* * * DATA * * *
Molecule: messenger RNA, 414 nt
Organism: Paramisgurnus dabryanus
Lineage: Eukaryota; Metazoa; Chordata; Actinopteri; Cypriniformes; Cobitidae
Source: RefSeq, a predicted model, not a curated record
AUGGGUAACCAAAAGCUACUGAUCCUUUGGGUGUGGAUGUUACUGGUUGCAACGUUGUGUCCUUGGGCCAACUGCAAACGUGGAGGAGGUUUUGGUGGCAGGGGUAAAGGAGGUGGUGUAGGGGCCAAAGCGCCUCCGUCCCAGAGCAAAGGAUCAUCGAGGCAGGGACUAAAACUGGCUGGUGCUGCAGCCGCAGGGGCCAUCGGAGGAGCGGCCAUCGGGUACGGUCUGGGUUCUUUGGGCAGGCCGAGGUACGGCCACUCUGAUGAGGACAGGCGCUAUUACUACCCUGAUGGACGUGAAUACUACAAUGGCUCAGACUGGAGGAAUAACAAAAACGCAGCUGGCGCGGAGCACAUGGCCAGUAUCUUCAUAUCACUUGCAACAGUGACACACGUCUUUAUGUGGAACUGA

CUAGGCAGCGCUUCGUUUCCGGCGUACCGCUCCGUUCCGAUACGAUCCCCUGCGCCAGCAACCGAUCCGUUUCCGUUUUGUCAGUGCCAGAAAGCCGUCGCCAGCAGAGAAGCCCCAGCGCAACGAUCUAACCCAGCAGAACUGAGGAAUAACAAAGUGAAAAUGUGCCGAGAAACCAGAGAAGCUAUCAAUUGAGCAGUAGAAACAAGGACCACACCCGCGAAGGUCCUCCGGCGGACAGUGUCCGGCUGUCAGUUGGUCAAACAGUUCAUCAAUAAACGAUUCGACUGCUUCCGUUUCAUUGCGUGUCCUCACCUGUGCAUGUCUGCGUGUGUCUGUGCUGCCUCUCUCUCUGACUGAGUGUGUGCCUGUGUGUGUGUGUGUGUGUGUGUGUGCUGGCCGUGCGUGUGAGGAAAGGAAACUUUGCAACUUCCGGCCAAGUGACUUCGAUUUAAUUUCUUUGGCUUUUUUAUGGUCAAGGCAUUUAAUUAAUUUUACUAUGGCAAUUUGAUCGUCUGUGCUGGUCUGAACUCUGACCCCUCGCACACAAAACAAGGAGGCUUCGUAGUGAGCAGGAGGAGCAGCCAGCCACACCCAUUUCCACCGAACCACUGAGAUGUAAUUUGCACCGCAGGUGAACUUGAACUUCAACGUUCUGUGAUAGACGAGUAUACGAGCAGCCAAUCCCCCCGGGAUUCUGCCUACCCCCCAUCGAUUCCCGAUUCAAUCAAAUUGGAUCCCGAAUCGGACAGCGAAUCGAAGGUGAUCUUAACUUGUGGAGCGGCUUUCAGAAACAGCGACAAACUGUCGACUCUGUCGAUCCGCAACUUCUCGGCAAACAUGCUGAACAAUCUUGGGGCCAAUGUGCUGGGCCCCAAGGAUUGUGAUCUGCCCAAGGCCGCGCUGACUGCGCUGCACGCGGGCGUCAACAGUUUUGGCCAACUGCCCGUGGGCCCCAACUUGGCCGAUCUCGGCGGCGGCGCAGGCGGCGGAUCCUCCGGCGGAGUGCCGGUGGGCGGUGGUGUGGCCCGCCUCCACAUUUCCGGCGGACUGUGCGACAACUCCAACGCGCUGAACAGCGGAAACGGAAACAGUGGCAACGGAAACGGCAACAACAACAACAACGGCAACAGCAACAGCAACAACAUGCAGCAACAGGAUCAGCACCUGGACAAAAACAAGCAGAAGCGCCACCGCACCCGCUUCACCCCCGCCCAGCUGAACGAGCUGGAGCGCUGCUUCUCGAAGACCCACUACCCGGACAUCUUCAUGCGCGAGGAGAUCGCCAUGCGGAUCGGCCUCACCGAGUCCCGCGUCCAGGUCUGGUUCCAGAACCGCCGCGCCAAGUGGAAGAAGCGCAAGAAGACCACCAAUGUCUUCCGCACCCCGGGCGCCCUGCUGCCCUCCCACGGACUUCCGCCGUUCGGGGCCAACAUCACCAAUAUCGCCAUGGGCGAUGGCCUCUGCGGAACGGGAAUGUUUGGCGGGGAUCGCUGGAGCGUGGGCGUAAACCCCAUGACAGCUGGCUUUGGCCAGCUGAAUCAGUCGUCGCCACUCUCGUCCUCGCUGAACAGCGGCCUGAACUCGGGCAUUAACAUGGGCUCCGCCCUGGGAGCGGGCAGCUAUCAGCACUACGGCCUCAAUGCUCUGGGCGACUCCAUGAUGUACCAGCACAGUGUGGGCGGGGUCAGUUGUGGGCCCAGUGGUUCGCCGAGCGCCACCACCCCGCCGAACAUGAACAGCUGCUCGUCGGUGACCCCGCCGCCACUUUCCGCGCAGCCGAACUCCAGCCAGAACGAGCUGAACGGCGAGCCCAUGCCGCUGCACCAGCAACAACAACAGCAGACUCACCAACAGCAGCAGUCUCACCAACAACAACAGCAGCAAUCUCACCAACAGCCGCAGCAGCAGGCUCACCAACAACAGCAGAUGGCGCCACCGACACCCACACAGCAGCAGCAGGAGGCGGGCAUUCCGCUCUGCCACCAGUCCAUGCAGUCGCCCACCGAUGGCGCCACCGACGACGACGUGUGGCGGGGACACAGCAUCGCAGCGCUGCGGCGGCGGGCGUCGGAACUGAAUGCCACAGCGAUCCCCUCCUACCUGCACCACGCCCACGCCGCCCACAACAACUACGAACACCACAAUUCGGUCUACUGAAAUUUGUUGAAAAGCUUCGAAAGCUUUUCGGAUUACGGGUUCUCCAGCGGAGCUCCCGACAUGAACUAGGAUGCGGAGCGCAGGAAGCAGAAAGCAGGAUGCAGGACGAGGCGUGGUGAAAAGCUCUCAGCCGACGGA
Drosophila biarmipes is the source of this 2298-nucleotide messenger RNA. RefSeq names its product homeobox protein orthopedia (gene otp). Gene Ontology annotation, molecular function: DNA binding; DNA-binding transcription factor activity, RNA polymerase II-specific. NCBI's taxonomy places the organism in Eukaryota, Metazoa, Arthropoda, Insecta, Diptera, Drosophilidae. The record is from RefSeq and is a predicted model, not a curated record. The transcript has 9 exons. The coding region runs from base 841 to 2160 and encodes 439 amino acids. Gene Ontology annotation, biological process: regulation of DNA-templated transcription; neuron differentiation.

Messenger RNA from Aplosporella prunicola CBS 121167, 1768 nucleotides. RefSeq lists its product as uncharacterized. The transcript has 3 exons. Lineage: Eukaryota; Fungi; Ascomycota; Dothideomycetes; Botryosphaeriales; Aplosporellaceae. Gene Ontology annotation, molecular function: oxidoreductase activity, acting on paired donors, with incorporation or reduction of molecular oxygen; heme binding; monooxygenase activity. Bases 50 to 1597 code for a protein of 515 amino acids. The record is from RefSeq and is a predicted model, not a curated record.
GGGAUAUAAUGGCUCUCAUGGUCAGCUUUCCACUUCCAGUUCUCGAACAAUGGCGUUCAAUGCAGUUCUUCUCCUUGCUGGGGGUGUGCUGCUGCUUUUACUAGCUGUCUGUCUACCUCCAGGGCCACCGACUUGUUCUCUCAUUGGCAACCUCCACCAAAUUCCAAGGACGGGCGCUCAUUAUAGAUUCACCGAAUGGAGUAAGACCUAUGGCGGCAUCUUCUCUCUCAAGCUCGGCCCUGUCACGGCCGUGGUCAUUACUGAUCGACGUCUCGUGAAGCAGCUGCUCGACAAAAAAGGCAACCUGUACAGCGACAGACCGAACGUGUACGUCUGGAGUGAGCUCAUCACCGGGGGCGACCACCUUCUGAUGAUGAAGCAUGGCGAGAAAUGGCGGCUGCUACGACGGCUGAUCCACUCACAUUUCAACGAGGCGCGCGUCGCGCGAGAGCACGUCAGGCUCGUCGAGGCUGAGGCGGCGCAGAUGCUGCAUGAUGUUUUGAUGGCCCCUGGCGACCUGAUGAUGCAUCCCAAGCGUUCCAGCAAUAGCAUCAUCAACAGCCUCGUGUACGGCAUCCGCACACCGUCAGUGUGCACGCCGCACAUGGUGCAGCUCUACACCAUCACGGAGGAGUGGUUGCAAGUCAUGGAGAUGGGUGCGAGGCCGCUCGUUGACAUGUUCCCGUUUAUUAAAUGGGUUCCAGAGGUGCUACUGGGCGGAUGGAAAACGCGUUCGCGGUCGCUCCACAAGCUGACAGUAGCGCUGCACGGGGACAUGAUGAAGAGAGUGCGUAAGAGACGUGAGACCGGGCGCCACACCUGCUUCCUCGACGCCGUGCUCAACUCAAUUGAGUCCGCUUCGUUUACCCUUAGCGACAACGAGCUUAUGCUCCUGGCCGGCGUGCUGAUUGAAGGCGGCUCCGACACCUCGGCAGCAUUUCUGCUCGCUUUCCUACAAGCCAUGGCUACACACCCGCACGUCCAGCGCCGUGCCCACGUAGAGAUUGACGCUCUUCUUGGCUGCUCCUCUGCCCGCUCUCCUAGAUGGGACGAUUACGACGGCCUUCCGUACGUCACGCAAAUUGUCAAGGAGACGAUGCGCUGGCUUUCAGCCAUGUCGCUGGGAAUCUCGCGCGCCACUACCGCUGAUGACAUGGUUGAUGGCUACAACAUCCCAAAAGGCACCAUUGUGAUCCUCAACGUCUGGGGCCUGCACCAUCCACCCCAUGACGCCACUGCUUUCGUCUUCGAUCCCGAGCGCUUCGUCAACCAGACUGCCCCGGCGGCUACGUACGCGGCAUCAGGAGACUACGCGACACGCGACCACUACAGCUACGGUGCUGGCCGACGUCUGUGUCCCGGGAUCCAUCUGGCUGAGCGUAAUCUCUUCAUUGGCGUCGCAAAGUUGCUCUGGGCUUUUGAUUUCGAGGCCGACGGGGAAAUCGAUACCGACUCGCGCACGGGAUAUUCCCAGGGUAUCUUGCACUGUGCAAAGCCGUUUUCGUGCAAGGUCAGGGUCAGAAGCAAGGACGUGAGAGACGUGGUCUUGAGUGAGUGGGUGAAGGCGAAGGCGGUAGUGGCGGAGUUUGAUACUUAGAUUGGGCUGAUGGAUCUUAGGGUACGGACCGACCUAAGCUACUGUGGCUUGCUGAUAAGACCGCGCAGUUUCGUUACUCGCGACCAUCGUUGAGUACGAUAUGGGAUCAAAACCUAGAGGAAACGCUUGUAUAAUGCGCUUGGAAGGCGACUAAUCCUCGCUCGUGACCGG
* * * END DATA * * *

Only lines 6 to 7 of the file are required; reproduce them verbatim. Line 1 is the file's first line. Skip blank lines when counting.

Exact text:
CUAGGCAGCGCUUCGUUUCCGGCGUACCGCUCCGUUCCGAUACGAUCCCCUGCGCCAGCAACCGAUCCGUUUCCGUUUUGUCAGUGCCAGAAAGCCGUCGCCAGCAGAGAAGCCCCAGCGCAACGAUCUAACCCAGCAGAACUGAGGAAUAACAAAGUGAAAAUGUGCCGAGAAACCAGAGAAGCUAUCAAUUGAGCAGUAGAAACAAGGACCACACCCGCGAAGGUCCUCCGGCGGACAGUGUCCGGCUGUCAGUUGGUCAAACAGUUCAUCAAUAAACGAUUCGACUGCUUCCGUUUCAUUGCGUGUCCUCACCUGUGCAUGUCUGCGUGUGUCUGUGCUGCCUCUCUCUCUGACUGAGUGUGUGCCUGUGUGUGUGUGUGUGUGUGUGUGUGCUGGCCGUGCGUGUGAGGAAAGGAAACUUUGCAACUUCCGGCCAAGUGACUUCGAUUUAAUUUCUUUGGCUUUUUUAUGGUCAAGGCAUUUAAUUAAUUUUACUAUGGCAAUUUGAUCGUCUGUGCUGGUCUGAACUCUGACCCCUCGCACACAAAACAAGGAGGCUUCGUAGUGAGCAGGAGGAGCAGCCAGCCACACCCAUUUCCACCGAACCACUGAGAUGUAAUUUGCACCGCAGGUGAACUUGAACUUCAACGUUCUGUGAUAGACGAGUAUACGAGCAGCCAAUCCCCCCGGGAUUCUGCCUACCCCCCAUCGAUUCCCGAUUCAAUCAAAUUGGAUCCCGAAUCGGACAGCGAAUCGAAGGUGAUCUUAACUUGUGGAGCGGCUUUCAGAAACAGCGACAAACUGUCGACUCUGUCGAUCCGCAACUUCUCGGCAAACAUGCUGAACAAUCUUGGGGCCAAUGUGCUGGGCCCCAAGGAUUGUGAUCUGCCCAAGGCCGCGCUGACUGCGCUGCACGCGGGCGUCAACAGUUUUGGCCAACUGCCCGUGGGCCCCAACUUGGCCGAUCUCGGCGGCGGCGCAGGCGGCGGAUCCUCCGGCGGAGUGCCGGUGGGCGGUGGUGUGGCCCGCCUCCACAUUUCCGGCGGACUGUGCGACAACUCCAACGCGCUGAACAGCGGAAACGGAAACAGUGGCAACGGAAACGGCAACAACAACAACAACGGCAACAGCAACAGCAACAACAUGCAGCAACAGGAUCAGCACCUGGACAAAAACAAGCAGAAGCGCCACCGCACCCGCUUCACCCCCGCCCAGCUGAACGAGCUGGAGCGCUGCUUCUCGAAGACCCACUACCCGGACAUCUUCAUGCGCGAGGAGAUCGCCAUGCGGAUCGGCCUCACCGAGUCCCGCGUCCAGGUCUGGUUCCAGAACCGCCGCGCCAAGUGGAAGAAGCGCAAGAAGACCACCAAUGUCUUCCGCACCCCGGGCGCCCUGCUGCCCUCCCACGGACUUCCGCCGUUCGGGGCCAACAUCACCAAUAUCGCCAUGGGCGAUGGCCUCUGCGGAACGGGAAUGUUUGGCGGGGAUCGCUGGAGCGUGGGCGUAAACCCCAUGACAGCUGGCUUUGGCCAGCUGAAUCAGUCGUCGCCACUCUCGUCCUCGCUGAACAGCGGCCUGAACUCGGGCAUUAACAUGGGCUCCGCCCUGGGAGCGGGCAGCUAUCAGCACUACGGCCUCAAUGCUCUGGGCGACUCCAUGAUGUACCAGCACAGUGUGGGCGGGGUCAGUUGUGGGCCCAGUGGUUCGCCGAGCGCCACCACCCCGCCGAACAUGAACAGCUGCUCGUCGGUGACCCCGCCGCCACUUUCCGCGCAGCCGAACUCCAGCCAGAACGAGCUGAACGGCGAGCCCAUGCCGCUGCACCAGCAACAACAACAGCAGACUCACCAACAGCAGCAGUCUCACCAACAACAACAGCAGCAAUCUCACCAACAGCCGCAGCAGCAGGCUCACCAACAACAGCAGAUGGCGCCACCGACACCCACACAGCAGCAGCAGGAGGCGGGCAUUCCGCUCUGCCACCAGUCCAUGCAGUCGCCCACCGAUGGCGCCACCGACGACGACGUGUGGCGGGGACACAGCAUCGCAGCGCUGCGGCGGCGGGCGUCGGAACUGAAUGCCACAGCGAUCCCCUCCUACCUGCACCACGCCCACGCCGCCCACAACAACUACGAACACCACAAUUCGGUCUACUGAAAUUUGUUGAAAAGCUUCGAAAGCUUUUCGGAUUACGGGUUCUCCAGCGGAGCUCCCGACAUGAACUAGGAUGCGGAGCGCAGGAAGCAGAAAGCAGGAUGCAGGACGAGGCGUGGUGAAAAGCUCUCAGCCGACGGA
Drosophila biarmipes is the source of this 2298-nucleotide messenger RNA. RefSeq names its product homeobox protein orthopedia (gene otp). Gene Ontology annotation, molecular function: DNA binding; DNA-binding transcription factor activity, RNA polymerase II-specific. NCBI's taxonomy places the organism in Eukaryota, Metazoa, Arthropoda, Insecta, Diptera, Drosophilidae. The record is from RefSeq and is a predicted model, not a curated record. The transcript has 9 exons. The coding region runs from base 841 to 2160 and encodes 439 amino acids. Gene Ontology annotation, biological process: regulation of DNA-templated transcription; neuron differentiation.